As a veteran banker with a large agricultural portfolio in Kansas, I worked diligently with my colleagues from across rural America to convince Congress to stay the course and prevent granting the Farm Credit System additional lending authority in the recently enacted five-year farm bill. The ideas presented in the recent BankThink column by Lee Reiners to pursue the opposite path fundamentally ignore the reality on the ground in agricultural lending today. While rural America needs investment and support to thrive, any plan for long-term success should have commonsense proposals informed by full consideration of the facts. Simply put, the U.S. needs to let ag banks be ag banks, subject to the stringent regulations that protect consumers and taxpayers and ensure that the FCS adheres to its statutory mission.
Expanding and empowering a massive, centralized government-sponsored enterprise — and in the process undercutting rural community banks — is simply a bad idea, one which minimizes the important work rural community banks do to maintain and strengthen their communities. It does not take into account the FCS’s questionable track record of service to rural America’s most vulnerable agricultural producers that it was chartered to serve. And it ignores FCS’s blatant flaunting of its tax-preferred status to compete directly with taxpaying institutions and enable large, unrelated lending that puts not only its cooperative members, but all American taxpayers, at risk.
Reiners’ column mentions “you won’t have to go very far before you run across a Farm Credit association” in any rural area, but in my five-county core area in northern Kansas there are 24 community banks with 56 branches, compared to exactly one FCS location. The suggestion that 56 full-service banking locations can be replaced and our customers be served adequately by one FCS branch is ridiculous.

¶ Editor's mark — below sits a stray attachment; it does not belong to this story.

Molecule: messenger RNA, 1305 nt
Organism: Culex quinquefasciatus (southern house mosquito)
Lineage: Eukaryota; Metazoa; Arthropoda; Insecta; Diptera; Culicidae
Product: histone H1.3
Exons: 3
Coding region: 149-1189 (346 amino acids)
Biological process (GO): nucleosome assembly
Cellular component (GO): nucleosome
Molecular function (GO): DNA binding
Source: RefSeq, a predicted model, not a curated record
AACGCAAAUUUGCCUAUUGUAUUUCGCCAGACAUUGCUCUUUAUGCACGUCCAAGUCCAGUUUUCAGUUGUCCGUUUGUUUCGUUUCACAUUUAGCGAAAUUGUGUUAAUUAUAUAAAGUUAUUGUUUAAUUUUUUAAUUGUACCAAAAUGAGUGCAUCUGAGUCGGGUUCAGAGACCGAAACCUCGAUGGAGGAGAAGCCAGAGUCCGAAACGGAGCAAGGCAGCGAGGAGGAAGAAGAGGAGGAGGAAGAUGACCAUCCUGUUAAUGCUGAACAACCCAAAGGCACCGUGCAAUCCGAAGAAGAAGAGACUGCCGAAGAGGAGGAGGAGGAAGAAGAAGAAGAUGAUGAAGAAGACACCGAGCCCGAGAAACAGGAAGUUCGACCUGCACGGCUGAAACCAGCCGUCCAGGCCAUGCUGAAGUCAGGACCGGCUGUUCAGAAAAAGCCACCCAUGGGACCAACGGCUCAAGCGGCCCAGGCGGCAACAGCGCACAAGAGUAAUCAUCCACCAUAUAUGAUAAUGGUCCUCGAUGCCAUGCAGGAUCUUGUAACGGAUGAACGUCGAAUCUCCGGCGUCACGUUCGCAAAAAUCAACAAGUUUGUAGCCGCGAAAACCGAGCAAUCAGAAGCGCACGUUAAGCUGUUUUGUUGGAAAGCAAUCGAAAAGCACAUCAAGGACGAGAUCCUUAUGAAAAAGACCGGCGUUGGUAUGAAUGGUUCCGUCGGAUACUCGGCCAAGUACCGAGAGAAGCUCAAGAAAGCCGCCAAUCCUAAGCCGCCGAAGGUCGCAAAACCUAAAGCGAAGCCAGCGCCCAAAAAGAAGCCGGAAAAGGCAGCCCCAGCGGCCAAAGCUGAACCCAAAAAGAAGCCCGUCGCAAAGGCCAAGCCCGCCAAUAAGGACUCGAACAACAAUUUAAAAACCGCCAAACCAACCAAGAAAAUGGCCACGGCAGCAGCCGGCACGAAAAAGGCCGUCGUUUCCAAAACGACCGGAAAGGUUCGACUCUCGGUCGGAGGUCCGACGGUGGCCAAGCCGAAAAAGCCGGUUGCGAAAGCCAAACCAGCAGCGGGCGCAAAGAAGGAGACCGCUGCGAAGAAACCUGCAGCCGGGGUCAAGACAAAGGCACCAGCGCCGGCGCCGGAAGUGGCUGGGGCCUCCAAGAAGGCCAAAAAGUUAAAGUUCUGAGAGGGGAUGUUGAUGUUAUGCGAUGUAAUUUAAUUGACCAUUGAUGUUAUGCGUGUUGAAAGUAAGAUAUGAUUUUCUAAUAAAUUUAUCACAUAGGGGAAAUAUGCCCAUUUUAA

Farm banks like mine provide valuable services to their communities and are the bedrock that America’s agricultural producers rely upon. In 2017, banks provided nearly 50% of all farm loans in the U.S. — $180 billion as of December 2017. Farm banks increased lending nearly 6% across the country that year, from the northeast to the south, from the Corn Belt and the plains to the west. Small loans made up nearly half of bank farm and ranch lending, with $76 billion in small and micro farm and ranch loans recorded at the end of 2017. Reiners’ proposal that banks be given the option to join the FCS shows how little he understands rural community banks. No bank would want to sacrifice its independent ability to support its community for the chance to be subject to the whims of the FCS. Farm banks will continue to serve their communities because they are a part of their communities — they are not beholden to the interests of a centralized GSE.